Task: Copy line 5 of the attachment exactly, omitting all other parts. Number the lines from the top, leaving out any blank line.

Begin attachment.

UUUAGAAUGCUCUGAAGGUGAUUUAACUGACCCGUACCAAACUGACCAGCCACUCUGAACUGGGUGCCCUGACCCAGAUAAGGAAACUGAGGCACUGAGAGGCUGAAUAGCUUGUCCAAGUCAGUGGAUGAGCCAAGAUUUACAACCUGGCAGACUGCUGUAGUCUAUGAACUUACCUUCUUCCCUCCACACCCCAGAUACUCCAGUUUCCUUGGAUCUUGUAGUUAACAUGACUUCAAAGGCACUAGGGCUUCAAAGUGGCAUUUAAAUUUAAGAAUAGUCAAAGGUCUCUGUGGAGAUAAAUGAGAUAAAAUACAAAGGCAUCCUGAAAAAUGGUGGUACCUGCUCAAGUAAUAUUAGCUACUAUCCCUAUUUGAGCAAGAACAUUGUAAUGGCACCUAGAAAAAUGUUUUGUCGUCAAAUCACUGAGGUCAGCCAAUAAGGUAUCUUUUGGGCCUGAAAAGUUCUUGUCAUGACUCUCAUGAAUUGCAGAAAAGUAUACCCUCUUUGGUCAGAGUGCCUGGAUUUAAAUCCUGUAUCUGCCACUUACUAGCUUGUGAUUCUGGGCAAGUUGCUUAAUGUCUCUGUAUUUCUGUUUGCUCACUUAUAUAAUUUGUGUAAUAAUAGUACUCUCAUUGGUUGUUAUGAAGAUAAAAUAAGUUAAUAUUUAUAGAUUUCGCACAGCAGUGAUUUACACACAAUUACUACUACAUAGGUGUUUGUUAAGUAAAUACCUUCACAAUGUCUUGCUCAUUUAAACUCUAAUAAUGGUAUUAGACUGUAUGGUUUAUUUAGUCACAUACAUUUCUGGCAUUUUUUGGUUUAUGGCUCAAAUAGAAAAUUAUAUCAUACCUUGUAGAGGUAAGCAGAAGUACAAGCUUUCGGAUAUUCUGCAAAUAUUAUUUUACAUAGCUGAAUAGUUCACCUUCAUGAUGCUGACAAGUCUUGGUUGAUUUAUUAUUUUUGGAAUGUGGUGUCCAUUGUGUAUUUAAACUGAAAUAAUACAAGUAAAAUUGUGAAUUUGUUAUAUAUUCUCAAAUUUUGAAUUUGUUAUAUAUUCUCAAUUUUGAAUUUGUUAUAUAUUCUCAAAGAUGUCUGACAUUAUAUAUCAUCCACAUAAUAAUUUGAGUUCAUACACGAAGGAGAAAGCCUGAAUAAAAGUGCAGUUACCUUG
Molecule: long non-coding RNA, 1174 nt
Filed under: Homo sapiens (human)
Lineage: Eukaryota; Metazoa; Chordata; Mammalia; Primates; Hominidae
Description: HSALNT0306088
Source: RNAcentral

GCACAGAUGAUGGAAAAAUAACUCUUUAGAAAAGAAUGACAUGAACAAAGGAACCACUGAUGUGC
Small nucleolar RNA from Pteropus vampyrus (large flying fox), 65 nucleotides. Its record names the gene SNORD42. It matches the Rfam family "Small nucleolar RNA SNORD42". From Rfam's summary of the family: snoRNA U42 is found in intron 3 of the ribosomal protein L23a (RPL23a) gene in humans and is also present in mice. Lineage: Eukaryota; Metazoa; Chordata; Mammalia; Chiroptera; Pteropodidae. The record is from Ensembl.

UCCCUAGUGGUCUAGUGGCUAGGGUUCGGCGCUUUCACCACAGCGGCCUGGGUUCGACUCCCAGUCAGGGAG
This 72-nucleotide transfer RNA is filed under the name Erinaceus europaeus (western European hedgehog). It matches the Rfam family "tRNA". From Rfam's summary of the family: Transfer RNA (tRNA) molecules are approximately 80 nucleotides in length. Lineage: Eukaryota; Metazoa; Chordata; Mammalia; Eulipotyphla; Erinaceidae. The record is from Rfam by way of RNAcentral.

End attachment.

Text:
Description: HSALNT0306088